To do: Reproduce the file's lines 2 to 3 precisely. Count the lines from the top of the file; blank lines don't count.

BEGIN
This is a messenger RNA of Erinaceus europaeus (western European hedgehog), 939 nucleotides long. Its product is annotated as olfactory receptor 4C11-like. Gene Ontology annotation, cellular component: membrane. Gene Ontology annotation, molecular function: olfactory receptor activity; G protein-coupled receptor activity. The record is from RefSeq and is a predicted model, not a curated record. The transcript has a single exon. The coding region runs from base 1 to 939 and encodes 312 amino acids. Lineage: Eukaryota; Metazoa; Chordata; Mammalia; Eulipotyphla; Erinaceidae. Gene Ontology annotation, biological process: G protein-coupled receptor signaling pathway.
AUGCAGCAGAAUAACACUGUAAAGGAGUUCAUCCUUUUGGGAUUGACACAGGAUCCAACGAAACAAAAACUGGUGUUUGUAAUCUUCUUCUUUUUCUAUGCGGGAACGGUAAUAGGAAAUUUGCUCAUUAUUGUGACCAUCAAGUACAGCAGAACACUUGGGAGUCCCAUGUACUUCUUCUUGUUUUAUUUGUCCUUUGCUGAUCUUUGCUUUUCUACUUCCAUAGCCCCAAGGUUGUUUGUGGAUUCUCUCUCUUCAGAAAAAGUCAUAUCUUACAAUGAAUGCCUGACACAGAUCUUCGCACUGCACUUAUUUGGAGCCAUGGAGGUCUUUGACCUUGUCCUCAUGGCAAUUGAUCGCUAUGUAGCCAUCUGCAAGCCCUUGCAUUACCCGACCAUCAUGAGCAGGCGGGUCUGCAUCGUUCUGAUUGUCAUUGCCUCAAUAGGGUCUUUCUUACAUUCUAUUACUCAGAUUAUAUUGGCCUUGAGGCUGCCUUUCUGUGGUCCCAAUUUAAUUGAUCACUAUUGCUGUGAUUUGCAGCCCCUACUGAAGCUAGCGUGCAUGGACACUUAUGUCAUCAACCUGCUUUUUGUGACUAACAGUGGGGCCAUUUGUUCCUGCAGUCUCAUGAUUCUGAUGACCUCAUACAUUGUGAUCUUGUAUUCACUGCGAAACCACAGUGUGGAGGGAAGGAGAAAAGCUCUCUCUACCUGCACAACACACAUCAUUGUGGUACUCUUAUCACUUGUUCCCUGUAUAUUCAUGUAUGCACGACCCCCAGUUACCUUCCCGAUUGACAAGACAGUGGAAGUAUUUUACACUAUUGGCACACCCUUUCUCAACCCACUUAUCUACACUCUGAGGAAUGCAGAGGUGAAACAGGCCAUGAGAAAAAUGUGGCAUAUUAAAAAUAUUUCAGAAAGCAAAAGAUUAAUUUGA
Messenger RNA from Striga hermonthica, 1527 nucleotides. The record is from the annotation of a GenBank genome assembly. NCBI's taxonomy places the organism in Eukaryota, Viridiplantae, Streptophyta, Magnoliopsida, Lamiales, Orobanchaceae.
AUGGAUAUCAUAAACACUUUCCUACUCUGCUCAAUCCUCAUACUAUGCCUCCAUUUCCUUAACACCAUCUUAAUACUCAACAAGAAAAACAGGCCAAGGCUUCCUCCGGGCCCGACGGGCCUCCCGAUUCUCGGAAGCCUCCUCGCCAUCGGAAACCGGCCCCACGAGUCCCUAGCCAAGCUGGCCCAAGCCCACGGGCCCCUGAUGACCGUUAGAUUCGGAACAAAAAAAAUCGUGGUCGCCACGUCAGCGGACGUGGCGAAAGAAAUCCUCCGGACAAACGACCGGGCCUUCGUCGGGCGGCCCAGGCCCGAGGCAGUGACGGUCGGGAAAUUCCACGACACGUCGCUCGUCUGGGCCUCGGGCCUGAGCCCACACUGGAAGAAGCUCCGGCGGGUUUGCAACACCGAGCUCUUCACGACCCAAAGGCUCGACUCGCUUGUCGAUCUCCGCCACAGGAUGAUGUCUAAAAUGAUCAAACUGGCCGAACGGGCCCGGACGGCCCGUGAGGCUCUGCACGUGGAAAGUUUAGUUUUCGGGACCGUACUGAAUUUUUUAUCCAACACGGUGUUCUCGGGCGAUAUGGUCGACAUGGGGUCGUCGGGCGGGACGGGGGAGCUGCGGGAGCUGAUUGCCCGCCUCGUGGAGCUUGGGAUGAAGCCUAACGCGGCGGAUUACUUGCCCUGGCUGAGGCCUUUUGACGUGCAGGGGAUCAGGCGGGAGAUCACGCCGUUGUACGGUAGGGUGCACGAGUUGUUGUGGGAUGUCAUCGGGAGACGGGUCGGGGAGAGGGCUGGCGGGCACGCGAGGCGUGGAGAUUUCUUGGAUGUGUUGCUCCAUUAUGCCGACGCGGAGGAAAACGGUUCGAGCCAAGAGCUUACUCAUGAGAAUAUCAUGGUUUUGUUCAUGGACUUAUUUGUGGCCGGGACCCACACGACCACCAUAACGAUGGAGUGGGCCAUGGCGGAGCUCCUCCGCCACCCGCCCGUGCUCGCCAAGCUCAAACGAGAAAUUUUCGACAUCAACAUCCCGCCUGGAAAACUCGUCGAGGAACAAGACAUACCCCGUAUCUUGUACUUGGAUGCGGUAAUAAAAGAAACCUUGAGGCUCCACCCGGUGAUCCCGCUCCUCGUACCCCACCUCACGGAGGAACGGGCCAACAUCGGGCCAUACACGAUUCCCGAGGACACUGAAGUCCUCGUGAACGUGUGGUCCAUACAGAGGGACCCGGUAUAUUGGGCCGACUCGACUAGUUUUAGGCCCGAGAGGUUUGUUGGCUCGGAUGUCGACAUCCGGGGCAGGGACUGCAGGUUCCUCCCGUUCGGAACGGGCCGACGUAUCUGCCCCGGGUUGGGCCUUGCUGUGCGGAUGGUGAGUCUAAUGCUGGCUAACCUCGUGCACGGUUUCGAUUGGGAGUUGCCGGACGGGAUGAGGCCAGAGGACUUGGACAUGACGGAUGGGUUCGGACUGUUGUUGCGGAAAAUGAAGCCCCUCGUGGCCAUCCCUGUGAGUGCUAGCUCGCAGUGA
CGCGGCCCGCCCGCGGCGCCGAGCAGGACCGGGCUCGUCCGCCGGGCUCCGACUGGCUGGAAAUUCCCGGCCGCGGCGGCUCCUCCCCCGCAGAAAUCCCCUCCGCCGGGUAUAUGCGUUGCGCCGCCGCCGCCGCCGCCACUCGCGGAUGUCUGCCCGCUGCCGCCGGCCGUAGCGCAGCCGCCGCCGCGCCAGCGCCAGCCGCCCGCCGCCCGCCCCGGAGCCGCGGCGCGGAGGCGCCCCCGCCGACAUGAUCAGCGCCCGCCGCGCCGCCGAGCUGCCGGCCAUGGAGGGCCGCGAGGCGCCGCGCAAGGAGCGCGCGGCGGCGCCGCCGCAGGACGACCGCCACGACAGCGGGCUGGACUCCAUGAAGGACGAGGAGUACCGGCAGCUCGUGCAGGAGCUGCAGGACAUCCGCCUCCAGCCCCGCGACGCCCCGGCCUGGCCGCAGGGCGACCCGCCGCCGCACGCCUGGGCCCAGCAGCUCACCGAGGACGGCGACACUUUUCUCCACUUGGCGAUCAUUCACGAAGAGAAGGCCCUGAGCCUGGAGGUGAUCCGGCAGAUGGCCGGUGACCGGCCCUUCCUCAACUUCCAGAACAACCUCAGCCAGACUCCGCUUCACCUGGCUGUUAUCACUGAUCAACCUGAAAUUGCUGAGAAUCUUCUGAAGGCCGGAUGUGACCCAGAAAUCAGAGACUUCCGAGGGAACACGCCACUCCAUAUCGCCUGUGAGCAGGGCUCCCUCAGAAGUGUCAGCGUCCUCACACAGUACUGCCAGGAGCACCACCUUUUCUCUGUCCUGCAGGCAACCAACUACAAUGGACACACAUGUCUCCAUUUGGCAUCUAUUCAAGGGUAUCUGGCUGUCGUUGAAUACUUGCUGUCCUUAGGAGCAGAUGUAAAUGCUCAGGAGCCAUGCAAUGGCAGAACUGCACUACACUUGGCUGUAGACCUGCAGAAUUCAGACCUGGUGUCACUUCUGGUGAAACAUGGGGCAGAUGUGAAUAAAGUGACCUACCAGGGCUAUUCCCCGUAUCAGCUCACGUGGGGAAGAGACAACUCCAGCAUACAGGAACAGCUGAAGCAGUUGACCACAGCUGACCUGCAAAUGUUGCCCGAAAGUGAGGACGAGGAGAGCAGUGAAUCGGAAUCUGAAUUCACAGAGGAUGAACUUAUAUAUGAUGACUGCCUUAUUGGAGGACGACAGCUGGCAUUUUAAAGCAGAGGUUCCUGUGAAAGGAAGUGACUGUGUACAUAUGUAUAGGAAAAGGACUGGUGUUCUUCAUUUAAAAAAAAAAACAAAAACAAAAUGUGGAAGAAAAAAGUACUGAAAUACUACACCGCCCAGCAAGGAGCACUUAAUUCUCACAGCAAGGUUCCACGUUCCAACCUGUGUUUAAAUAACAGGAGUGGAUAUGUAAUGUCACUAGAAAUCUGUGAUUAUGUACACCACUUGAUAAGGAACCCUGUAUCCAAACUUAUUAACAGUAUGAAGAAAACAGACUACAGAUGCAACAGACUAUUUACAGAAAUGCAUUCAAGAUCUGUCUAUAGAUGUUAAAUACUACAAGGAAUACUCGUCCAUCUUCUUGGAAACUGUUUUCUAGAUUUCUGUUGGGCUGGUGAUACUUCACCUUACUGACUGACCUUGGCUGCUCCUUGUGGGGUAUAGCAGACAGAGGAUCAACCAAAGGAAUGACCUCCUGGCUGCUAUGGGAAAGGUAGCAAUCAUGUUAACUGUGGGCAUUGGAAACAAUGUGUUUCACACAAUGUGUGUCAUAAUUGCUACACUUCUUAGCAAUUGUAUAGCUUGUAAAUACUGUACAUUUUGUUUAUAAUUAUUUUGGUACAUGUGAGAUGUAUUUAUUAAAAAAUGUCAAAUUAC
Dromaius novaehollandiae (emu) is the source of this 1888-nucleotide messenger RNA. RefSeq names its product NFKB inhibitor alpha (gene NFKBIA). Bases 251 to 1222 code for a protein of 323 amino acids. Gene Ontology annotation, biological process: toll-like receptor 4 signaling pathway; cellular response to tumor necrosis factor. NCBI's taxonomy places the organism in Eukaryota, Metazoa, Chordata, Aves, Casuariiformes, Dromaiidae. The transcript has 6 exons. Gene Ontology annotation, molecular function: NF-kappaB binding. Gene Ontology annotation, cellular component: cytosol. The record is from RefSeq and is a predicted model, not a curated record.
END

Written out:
AUGCAGCAGAAUAACACUGUAAAGGAGUUCAUCCUUUUGGGAUUGACACAGGAUCCAACGAAACAAAAACUGGUGUUUGUAAUCUUCUUCUUUUUCUAUGCGGGAACGGUAAUAGGAAAUUUGCUCAUUAUUGUGACCAUCAAGUACAGCAGAACACUUGGGAGUCCCAUGUACUUCUUCUUGUUUUAUUUGUCCUUUGCUGAUCUUUGCUUUUCUACUUCCAUAGCCCCAAGGUUGUUUGUGGAUUCUCUCUCUUCAGAAAAAGUCAUAUCUUACAAUGAAUGCCUGACACAGAUCUUCGCACUGCACUUAUUUGGAGCCAUGGAGGUCUUUGACCUUGUCCUCAUGGCAAUUGAUCGCUAUGUAGCCAUCUGCAAGCCCUUGCAUUACCCGACCAUCAUGAGCAGGCGGGUCUGCAUCGUUCUGAUUGUCAUUGCCUCAAUAGGGUCUUUCUUACAUUCUAUUACUCAGAUUAUAUUGGCCUUGAGGCUGCCUUUCUGUGGUCCCAAUUUAAUUGAUCACUAUUGCUGUGAUUUGCAGCCCCUACUGAAGCUAGCGUGCAUGGACACUUAUGUCAUCAACCUGCUUUUUGUGACUAACAGUGGGGCCAUUUGUUCCUGCAGUCUCAUGAUUCUGAUGACCUCAUACAUUGUGAUCUUGUAUUCACUGCGAAACCACAGUGUGGAGGGAAGGAGAAAAGCUCUCUCUACCUGCACAACACACAUCAUUGUGGUACUCUUAUCACUUGUUCCCUGUAUAUUCAUGUAUGCACGACCCCCAGUUACCUUCCCGAUUGACAAGACAGUGGAAGUAUUUUACACUAUUGGCACACCCUUUCUCAACCCACUUAUCUACACUCUGAGGAAUGCAGAGGUGAAACAGGCCAUGAGAAAAAUGUGGCAUAUUAAAAAUAUUUCAGAAAGCAAAAGAUUAAUUUGA
Messenger RNA from Striga hermonthica, 1527 nucleotides. The record is from the annotation of a GenBank genome assembly. NCBI's taxonomy places the organism in Eukaryota, Viridiplantae, Streptophyta, Magnoliopsida, Lamiales, Orobanchaceae.